Significant demographic obstacles stand in the path of the state's achieving its goal of ensuring that 55 percent of its population has a two-year post-secondary degree or higher by 2025.
The baby boom "echo" — a primarily white phenomenon that resulted in a temporary increase in high school graduates beginning in 1995 — is over. The number of white graduates is now declining steadily and will continue to do so for some time to come.
During the upturn, many campuses raised their admissions standards significantly to take advantage of the growing pool of relatively affluent and well-prepared students graduating from high school. The challenge for many campuses now will be to change from becoming more exclusive to becoming more accessible to increase educational attainment among low-income and first-generation college-going students. This will not be easy.
Maryland's outgoing Secretary of Higher Education, Danette Howard, and the Maryland Higher Education Commission are to be commended for highlighting the issue, which has received far too little attention and makes many higher education leaders and public officials uncomfortable — that is, the significant changes that have been and will continue to take place in the composition of the state's college-age population.
Whites are decreasing in number and being replaced, to a large extent, by Hispanics and African Americans, who already account for 44 percent of public high school graduates. It is the changing racial and ethnic composition of the college-age population, many of whom will be from low-income families, that has impacted, and will continue to impact, the higher education system in Maryland.
As the president of Morgan State University, an institution that traditionally has served a significant number of minority, low-income and first generation college students, I can attest first-hand to what the future will look like to many, if not most, of our campuses. While we have many exceptional students who would be successful at any university in the state and nation, we also work very hard to graduate other students who might not otherwise have the opportunity to complete a degree. We carry a lot of the heavy lifting for the state and have returned gigantic dividends on the investments made in us over the years. But if the state is to be successful in educating the majority of the new students it will see in the coming years, the following four things must increase:
Need-based financial aid for students. With the shift to a less-affluent student population, need-based financial aid will be critical to their college success. But the size of the current aid program is inadequate to start with. An indication of the burden this places on my institution is that each year we reallocate 25 percent of our tuition, or about $16 million, to student financial aid and still cannot meet the demand. The administration of the aid should also be decentralized to the campus level as opposed to being handled by MHEC.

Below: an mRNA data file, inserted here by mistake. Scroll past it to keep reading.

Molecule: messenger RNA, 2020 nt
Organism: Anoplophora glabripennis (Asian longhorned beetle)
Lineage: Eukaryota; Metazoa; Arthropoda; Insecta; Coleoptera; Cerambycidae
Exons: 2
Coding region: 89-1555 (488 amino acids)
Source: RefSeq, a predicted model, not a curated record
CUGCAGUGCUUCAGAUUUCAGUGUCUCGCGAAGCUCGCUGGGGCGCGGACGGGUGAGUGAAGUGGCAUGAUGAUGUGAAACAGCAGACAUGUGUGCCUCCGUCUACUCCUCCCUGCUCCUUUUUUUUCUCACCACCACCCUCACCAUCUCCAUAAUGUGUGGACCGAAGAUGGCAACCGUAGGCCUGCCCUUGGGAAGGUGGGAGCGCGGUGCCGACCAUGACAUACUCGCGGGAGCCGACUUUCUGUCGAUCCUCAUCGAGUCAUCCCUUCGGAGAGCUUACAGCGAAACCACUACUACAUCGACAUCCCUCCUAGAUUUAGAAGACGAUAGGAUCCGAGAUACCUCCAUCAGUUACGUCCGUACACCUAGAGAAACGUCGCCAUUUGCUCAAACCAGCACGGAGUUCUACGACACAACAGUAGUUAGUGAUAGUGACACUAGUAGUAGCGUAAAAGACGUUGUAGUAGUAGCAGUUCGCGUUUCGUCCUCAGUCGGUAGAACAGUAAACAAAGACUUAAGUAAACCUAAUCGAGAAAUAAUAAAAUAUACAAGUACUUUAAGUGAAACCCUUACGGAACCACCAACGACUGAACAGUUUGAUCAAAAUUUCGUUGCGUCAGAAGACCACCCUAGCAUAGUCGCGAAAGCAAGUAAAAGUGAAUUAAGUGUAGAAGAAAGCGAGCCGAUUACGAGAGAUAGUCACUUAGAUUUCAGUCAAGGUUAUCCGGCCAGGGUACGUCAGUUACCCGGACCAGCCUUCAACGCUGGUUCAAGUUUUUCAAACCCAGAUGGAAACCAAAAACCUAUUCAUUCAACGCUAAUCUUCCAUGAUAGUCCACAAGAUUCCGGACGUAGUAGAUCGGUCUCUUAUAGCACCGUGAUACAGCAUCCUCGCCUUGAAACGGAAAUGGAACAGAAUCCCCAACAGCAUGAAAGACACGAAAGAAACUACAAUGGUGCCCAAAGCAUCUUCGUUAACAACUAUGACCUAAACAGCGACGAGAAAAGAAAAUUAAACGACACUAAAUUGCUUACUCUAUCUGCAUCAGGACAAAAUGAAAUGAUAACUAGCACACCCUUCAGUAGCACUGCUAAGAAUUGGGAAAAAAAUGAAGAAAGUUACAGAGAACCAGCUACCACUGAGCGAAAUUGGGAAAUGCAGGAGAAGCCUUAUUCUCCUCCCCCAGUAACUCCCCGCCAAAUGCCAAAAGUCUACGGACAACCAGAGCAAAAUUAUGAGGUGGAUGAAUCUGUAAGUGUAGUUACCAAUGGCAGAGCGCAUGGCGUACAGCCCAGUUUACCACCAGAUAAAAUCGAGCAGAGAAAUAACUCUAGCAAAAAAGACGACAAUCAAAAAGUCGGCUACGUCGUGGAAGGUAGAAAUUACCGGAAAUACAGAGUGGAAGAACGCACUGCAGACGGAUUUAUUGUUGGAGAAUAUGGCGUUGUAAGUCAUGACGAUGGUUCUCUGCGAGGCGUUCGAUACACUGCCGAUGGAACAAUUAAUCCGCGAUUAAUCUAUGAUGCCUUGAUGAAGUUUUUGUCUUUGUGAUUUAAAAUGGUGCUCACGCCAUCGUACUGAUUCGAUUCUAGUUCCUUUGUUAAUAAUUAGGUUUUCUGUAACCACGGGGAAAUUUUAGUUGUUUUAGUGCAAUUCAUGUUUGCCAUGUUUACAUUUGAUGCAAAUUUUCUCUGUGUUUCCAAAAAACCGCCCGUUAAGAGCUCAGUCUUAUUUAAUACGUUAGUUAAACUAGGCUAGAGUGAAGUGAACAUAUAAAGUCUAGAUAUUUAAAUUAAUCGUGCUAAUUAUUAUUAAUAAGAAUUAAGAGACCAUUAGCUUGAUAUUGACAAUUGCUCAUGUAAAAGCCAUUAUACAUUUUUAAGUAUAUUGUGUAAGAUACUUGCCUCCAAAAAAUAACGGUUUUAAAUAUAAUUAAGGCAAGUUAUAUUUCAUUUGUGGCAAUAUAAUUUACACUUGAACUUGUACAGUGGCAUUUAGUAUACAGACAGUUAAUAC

•Aid to campuses that can produce more graduates in STEM and other high priority fields. Shifting demographics mean that programs in which minorities are under-represented will be threatened with decline or elimination. Additional support of institutions capable of maintaining or increasing degree production in fields of importance to the state would help to reduce the impact of changing demographics on these fields.
Funding for summer and other transition programs that prepare recent high school graduates for college-level work. One thing we have consistently found at Morgan is that when we offer sound pre-college programs for under-prepared students, they perform and graduate at the same rate as students who did not require supplemental work.
Incentives for students to begin at a community college and complete an associate degree before transferring to a four-year campus. Such students get an affordable education for their first two years of college, and they usually have a higher graduation rate than the typical student entering a four-year campus as a freshman. At Morgan, we recently began such a program in which we will award students who transfer to us with an associate degree up to $2,000 per semester for up to four semesters.
These suggestions are intended to begin a statewide discussion on concrete approaches to dealing with the issues identified in the state's new higher education plan. The bottom line is that the aspirations included in the state plan will simply stay at the aspirational level if we don't start a serious dialogue around how to achieve concrete results.
David Wilson is president of Morgan State University in Baltimore. His email address is email@example.com.
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